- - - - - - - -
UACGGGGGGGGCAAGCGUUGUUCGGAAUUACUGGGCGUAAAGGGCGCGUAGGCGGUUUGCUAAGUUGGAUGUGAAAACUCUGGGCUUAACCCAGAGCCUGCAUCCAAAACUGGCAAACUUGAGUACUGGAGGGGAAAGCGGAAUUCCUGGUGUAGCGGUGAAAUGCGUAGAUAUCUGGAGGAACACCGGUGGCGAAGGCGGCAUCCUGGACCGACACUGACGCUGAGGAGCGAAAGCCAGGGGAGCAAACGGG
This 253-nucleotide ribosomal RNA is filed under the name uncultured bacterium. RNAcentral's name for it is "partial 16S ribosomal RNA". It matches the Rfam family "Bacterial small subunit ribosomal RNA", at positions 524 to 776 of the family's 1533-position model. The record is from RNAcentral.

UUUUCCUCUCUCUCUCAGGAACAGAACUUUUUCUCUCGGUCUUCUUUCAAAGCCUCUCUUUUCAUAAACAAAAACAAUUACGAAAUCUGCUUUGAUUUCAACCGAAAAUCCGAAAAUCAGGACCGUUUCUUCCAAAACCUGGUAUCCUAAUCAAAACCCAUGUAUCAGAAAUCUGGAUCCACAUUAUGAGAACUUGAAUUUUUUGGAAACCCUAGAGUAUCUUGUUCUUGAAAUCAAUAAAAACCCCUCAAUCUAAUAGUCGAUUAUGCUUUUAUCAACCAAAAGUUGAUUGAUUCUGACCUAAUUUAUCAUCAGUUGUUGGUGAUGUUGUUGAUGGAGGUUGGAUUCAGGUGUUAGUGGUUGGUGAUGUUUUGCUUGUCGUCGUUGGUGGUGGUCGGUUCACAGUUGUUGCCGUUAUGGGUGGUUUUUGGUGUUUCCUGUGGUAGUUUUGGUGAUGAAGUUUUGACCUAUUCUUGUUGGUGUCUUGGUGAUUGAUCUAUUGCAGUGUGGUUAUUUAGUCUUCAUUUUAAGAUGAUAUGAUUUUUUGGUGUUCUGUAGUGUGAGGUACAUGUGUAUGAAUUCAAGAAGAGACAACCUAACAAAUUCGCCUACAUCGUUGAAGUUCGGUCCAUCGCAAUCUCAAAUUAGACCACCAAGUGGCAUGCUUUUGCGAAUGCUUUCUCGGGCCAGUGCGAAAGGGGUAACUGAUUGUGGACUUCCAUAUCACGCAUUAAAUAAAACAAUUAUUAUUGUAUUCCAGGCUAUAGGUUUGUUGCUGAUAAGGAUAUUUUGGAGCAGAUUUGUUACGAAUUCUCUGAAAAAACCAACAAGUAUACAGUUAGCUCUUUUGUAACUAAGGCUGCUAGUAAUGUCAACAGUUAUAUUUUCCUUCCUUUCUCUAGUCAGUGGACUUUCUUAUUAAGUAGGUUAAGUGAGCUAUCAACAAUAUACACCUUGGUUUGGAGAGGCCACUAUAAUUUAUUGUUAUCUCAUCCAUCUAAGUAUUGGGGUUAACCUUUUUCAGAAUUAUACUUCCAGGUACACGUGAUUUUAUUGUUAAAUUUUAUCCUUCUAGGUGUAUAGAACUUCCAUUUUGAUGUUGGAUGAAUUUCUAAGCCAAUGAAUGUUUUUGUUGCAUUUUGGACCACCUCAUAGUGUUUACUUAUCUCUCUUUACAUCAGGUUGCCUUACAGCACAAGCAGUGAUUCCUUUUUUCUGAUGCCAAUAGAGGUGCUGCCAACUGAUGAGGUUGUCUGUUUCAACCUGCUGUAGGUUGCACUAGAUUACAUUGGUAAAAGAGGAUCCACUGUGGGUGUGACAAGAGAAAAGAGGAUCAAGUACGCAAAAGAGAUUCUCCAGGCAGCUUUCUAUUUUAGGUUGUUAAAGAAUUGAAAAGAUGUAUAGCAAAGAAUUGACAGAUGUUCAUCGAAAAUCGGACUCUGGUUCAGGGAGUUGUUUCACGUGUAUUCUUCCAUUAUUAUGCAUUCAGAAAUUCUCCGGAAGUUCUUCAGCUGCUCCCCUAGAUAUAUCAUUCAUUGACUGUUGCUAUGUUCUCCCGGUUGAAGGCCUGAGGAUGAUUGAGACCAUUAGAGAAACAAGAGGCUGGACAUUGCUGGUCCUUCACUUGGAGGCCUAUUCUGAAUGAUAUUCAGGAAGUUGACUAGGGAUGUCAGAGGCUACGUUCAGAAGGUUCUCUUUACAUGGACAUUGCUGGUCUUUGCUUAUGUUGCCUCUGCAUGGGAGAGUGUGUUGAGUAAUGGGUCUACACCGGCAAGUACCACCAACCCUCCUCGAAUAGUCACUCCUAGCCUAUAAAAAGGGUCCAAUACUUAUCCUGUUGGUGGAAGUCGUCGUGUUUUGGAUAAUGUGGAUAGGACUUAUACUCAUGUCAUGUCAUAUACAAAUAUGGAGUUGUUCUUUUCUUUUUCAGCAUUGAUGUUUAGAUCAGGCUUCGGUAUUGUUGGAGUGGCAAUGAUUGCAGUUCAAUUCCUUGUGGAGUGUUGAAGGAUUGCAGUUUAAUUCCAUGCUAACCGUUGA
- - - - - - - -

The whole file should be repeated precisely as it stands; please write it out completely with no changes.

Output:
UACGGGGGGGGCAAGCGUUGUUCGGAAUUACUGGGCGUAAAGGGCGCGUAGGCGGUUUGCUAAGUUGGAUGUGAAAACUCUGGGCUUAACCCAGAGCCUGCAUCCAAAACUGGCAAACUUGAGUACUGGAGGGGAAAGCGGAAUUCCUGGUGUAGCGGUGAAAUGCGUAGAUAUCUGGAGGAACACCGGUGGCGAAGGCGGCAUCCUGGACCGACACUGACGCUGAGGAGCGAAAGCCAGGGGAGCAAACGGG
This 253-nucleotide ribosomal RNA is filed under the name uncultured bacterium. RNAcentral's name for it is "partial 16S ribosomal RNA". It matches the Rfam family "Bacterial small subunit ribosomal RNA", at positions 524 to 776 of the family's 1533-position model. The record is from RNAcentral.

UUUUCCUCUCUCUCUCAGGAACAGAACUUUUUCUCUCGGUCUUCUUUCAAAGCCUCUCUUUUCAUAAACAAAAACAAUUACGAAAUCUGCUUUGAUUUCAACCGAAAAUCCGAAAAUCAGGACCGUUUCUUCCAAAACCUGGUAUCCUAAUCAAAACCCAUGUAUCAGAAAUCUGGAUCCACAUUAUGAGAACUUGAAUUUUUUGGAAACCCUAGAGUAUCUUGUUCUUGAAAUCAAUAAAAACCCCUCAAUCUAAUAGUCGAUUAUGCUUUUAUCAACCAAAAGUUGAUUGAUUCUGACCUAAUUUAUCAUCAGUUGUUGGUGAUGUUGUUGAUGGAGGUUGGAUUCAGGUGUUAGUGGUUGGUGAUGUUUUGCUUGUCGUCGUUGGUGGUGGUCGGUUCACAGUUGUUGCCGUUAUGGGUGGUUUUUGGUGUUUCCUGUGGUAGUUUUGGUGAUGAAGUUUUGACCUAUUCUUGUUGGUGUCUUGGUGAUUGAUCUAUUGCAGUGUGGUUAUUUAGUCUUCAUUUUAAGAUGAUAUGAUUUUUUGGUGUUCUGUAGUGUGAGGUACAUGUGUAUGAAUUCAAGAAGAGACAACCUAACAAAUUCGCCUACAUCGUUGAAGUUCGGUCCAUCGCAAUCUCAAAUUAGACCACCAAGUGGCAUGCUUUUGCGAAUGCUUUCUCGGGCCAGUGCGAAAGGGGUAACUGAUUGUGGACUUCCAUAUCACGCAUUAAAUAAAACAAUUAUUAUUGUAUUCCAGGCUAUAGGUUUGUUGCUGAUAAGGAUAUUUUGGAGCAGAUUUGUUACGAAUUCUCUGAAAAAACCAACAAGUAUACAGUUAGCUCUUUUGUAACUAAGGCUGCUAGUAAUGUCAACAGUUAUAUUUUCCUUCCUUUCUCUAGUCAGUGGACUUUCUUAUUAAGUAGGUUAAGUGAGCUAUCAACAAUAUACACCUUGGUUUGGAGAGGCCACUAUAAUUUAUUGUUAUCUCAUCCAUCUAAGUAUUGGGGUUAACCUUUUUCAGAAUUAUACUUCCAGGUACACGUGAUUUUAUUGUUAAAUUUUAUCCUUCUAGGUGUAUAGAACUUCCAUUUUGAUGUUGGAUGAAUUUCUAAGCCAAUGAAUGUUUUUGUUGCAUUUUGGACCACCUCAUAGUGUUUACUUAUCUCUCUUUACAUCAGGUUGCCUUACAGCACAAGCAGUGAUUCCUUUUUUCUGAUGCCAAUAGAGGUGCUGCCAACUGAUGAGGUUGUCUGUUUCAACCUGCUGUAGGUUGCACUAGAUUACAUUGGUAAAAGAGGAUCCACUGUGGGUGUGACAAGAGAAAAGAGGAUCAAGUACGCAAAAGAGAUUCUCCAGGCAGCUUUCUAUUUUAGGUUGUUAAAGAAUUGAAAAGAUGUAUAGCAAAGAAUUGACAGAUGUUCAUCGAAAAUCGGACUCUGGUUCAGGGAGUUGUUUCACGUGUAUUCUUCCAUUAUUAUGCAUUCAGAAAUUCUCCGGAAGUUCUUCAGCUGCUCCCCUAGAUAUAUCAUUCAUUGACUGUUGCUAUGUUCUCCCGGUUGAAGGCCUGAGGAUGAUUGAGACCAUUAGAGAAACAAGAGGCUGGACAUUGCUGGUCCUUCACUUGGAGGCCUAUUCUGAAUGAUAUUCAGGAAGUUGACUAGGGAUGUCAGAGGCUACGUUCAGAAGGUUCUCUUUACAUGGACAUUGCUGGUCUUUGCUUAUGUUGCCUCUGCAUGGGAGAGUGUGUUGAGUAAUGGGUCUACACCGGCAAGUACCACCAACCCUCCUCGAAUAGUCACUCCUAGCCUAUAAAAAGGGUCCAAUACUUAUCCUGUUGGUGGAAGUCGUCGUGUUUUGGAUAAUGUGGAUAGGACUUAUACUCAUGUCAUGUCAUAUACAAAUAUGGAGUUGUUCUUUUCUUUUUCAGCAUUGAUGUUUAGAUCAGGCUUCGGUAUUGUUGGAGUGGCAAUGAUUGCAGUUCAAUUCCUUGUGGAGUGUUGAAGGAUUGCAGUUUAAUUCCAUGCUAACCGUUGA